I just got off the phone with a couple in their late 30's and early 40's; After discussing several financial planning decisions and updates we talked about the weather in Colorado where they are vs. Florida where I am. Naturally, I bragged about my week at the beach and they bragged about the time on the slopes. To each his own. As we wrapped up the call, they had one more question. Life is good for them as their careers in corporate America rebound in a post-Covid environment. In fact, they had access to Health Savings Accounts or HSAs. The question was: "should we throw a few dollars at the HSA or a few more dollars at the 401k?"
It's a great question and their situation may not be yours so let me give you some broad insights and possible strategies.
HSAs in the Now
First the basics. If you have a qualifying high-deductible health plans you may be eligible for an HSA. Hopefully, your company provides one, but if not you may be able to set one up individually.
What's amazing about HSAs is the triple tax benefit. Contributions to your account are tax-deductible now, grow tax free and are not taxed if spent on eligible medical expenses in the future. There's a lot of eligible expenses like deductibles and co-pays. Keep in mind that your medical health premiums are not eligible. More on that in the next section.
Each year, you decide how much to contribute to your HSA account, but there are limits. It's best to set up easy automatic contributions directly from payroll. Your HSA balance rolls over from year to year, so it's not a "Use it or Lose It" proposition.
It's important to understand that right now the tax benefits of the HSA are powerful. Contributions are deducted from earned income. The next day you can withdraw it and spend it on an eligible medical expense. The reason that this is that you may deduct only the amount of your total;medical expenses that exceed 7.5% of your adjusted gross income. That's a lot for most of us. And are you nerdy enough to track and keep receipts especially if it's been a medically stressful year. With the HSA you don't have to worry about the 7.5% rule or a shoebox of receipts.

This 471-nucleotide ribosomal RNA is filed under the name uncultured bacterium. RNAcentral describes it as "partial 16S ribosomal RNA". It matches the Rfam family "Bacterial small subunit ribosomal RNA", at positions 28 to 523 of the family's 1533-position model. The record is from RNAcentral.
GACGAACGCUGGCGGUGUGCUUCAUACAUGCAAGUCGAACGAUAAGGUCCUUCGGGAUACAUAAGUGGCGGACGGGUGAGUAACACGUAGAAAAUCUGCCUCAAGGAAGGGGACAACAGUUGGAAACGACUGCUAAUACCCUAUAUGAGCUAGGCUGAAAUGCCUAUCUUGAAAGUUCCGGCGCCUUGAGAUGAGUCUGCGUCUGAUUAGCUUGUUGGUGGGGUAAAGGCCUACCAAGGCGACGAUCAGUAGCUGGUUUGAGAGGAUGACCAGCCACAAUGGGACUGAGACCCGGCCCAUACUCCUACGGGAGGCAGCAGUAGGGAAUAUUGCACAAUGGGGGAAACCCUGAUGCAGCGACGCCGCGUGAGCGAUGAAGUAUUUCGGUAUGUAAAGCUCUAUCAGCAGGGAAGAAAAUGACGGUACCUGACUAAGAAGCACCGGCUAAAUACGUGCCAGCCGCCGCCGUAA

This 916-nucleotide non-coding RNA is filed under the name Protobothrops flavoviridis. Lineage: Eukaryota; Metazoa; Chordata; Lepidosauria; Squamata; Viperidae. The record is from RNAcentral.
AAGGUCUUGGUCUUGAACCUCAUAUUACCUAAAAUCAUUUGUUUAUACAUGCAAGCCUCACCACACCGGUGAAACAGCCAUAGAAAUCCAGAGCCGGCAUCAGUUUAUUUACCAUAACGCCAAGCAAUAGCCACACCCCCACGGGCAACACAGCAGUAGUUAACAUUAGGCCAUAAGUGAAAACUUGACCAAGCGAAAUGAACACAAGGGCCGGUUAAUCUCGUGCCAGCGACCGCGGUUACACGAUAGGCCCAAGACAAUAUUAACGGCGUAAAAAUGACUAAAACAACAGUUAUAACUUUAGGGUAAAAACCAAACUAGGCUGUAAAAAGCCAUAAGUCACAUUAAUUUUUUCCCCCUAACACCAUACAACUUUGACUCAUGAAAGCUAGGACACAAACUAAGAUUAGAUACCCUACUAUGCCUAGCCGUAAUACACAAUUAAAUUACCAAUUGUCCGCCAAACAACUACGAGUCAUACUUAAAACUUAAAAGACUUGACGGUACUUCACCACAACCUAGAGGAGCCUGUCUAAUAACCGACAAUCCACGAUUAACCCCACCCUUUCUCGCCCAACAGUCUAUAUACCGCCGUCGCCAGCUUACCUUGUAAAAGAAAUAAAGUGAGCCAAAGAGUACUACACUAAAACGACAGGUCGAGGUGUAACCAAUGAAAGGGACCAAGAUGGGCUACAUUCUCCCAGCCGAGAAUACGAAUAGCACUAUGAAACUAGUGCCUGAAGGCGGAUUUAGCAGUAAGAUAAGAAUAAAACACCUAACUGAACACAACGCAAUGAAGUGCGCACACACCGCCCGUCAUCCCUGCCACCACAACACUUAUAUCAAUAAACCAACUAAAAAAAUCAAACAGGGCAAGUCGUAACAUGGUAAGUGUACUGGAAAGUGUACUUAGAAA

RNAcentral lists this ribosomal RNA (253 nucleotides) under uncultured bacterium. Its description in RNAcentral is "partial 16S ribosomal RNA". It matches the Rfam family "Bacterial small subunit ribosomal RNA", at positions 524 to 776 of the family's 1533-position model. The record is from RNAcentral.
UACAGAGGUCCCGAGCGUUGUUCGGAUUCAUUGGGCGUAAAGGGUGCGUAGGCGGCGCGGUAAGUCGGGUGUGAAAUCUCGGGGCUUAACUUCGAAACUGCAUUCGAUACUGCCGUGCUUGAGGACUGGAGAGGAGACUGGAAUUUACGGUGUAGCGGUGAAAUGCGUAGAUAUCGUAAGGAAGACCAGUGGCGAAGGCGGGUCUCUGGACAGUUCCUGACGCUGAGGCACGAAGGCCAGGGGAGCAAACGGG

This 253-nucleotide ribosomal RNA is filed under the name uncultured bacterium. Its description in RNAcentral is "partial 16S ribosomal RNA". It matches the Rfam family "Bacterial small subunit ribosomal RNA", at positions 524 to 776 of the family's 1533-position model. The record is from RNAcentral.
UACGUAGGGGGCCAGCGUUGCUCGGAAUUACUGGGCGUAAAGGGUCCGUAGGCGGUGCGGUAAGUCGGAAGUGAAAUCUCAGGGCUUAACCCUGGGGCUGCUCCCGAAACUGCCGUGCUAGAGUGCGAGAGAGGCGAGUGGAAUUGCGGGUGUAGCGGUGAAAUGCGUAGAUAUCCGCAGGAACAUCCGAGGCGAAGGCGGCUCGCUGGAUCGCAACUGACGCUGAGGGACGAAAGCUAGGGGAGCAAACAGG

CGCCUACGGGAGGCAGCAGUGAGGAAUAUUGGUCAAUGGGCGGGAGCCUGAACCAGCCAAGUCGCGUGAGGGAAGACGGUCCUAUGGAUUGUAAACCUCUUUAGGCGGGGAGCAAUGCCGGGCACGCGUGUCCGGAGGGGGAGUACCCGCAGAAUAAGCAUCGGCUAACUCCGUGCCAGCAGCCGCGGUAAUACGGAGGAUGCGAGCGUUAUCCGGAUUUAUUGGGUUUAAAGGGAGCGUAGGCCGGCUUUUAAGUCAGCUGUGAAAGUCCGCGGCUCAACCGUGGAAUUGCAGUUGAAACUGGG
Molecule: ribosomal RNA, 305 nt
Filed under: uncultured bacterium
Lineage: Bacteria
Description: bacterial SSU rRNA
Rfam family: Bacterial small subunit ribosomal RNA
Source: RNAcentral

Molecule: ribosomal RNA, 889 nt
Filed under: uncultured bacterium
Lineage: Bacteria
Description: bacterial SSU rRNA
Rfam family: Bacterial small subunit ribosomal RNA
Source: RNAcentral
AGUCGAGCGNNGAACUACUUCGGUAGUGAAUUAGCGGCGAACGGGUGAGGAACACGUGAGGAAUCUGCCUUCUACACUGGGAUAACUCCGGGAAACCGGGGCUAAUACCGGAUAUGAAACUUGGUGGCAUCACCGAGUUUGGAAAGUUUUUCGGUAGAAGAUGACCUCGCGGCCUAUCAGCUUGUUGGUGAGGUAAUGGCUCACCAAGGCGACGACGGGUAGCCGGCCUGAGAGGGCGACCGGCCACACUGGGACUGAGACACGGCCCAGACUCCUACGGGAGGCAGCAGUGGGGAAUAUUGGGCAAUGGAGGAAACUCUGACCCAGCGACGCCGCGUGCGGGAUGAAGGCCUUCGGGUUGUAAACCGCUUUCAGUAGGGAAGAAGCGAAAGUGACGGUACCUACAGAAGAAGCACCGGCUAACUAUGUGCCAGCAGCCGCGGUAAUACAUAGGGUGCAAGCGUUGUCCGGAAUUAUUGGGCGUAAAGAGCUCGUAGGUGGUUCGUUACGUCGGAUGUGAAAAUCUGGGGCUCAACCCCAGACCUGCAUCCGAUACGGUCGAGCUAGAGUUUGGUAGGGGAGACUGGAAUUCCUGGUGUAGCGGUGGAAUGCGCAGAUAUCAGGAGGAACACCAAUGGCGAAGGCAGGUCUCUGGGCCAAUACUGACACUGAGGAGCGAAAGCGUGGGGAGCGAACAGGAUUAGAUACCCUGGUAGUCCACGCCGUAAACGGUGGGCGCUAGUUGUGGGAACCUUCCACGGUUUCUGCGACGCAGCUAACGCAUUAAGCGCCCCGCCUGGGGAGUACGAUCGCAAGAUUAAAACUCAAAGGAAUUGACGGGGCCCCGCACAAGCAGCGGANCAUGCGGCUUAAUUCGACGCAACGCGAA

HSAs for Later
Once you're over age 65 and enrolled in Medicare, you can no longer contribute to an HSA, but you can still use the money for out-of-pocket medical expenses. If you use the money on non-eligible expenses, you have to pay income tax on that amount (plus a penalty if you're under 65). You'll recall that you can't pay for medical insurance premiums with your HSA. But at 65 something magical happens. Wait for it…
The government will let you pay for health insurance premiums as long as you are paying them! That's right! You can use your HSA funds, free of tax and penalty, for to pay for Medicare Parts A, B, D premiums and Medicare HMO premiums. Keep in mind, thought, premiums for a Medicare supplemental policy, such as Medigap, are not eligible expenses.
So I explained all this to my couple client in Colorado and they were thrilled at the idea of doing something long term. They will max out their HSA which is appropriate in their situation. They will allow the money to grow with a target of having a lot of money in their HSA untouched at 65. Then they’ll use the HSA as a retirement healthcare account. If there's a medical emergency or finances get tight before 65, they can dip into their HSA as most normal people would. But if they can cashflow their healthcare now, while contributing to their HSA, the potential for their HSA in retirement is quite bright from a tax and income planning frame of reference.
I realize this is a lot to digest, so think of your HSA as a Traditional IRA when you contribute and a Roth IRA when you distribute on eligible expenses. It's the best of all worlds.
If you'd like more information or want to apply this to your situation, click here.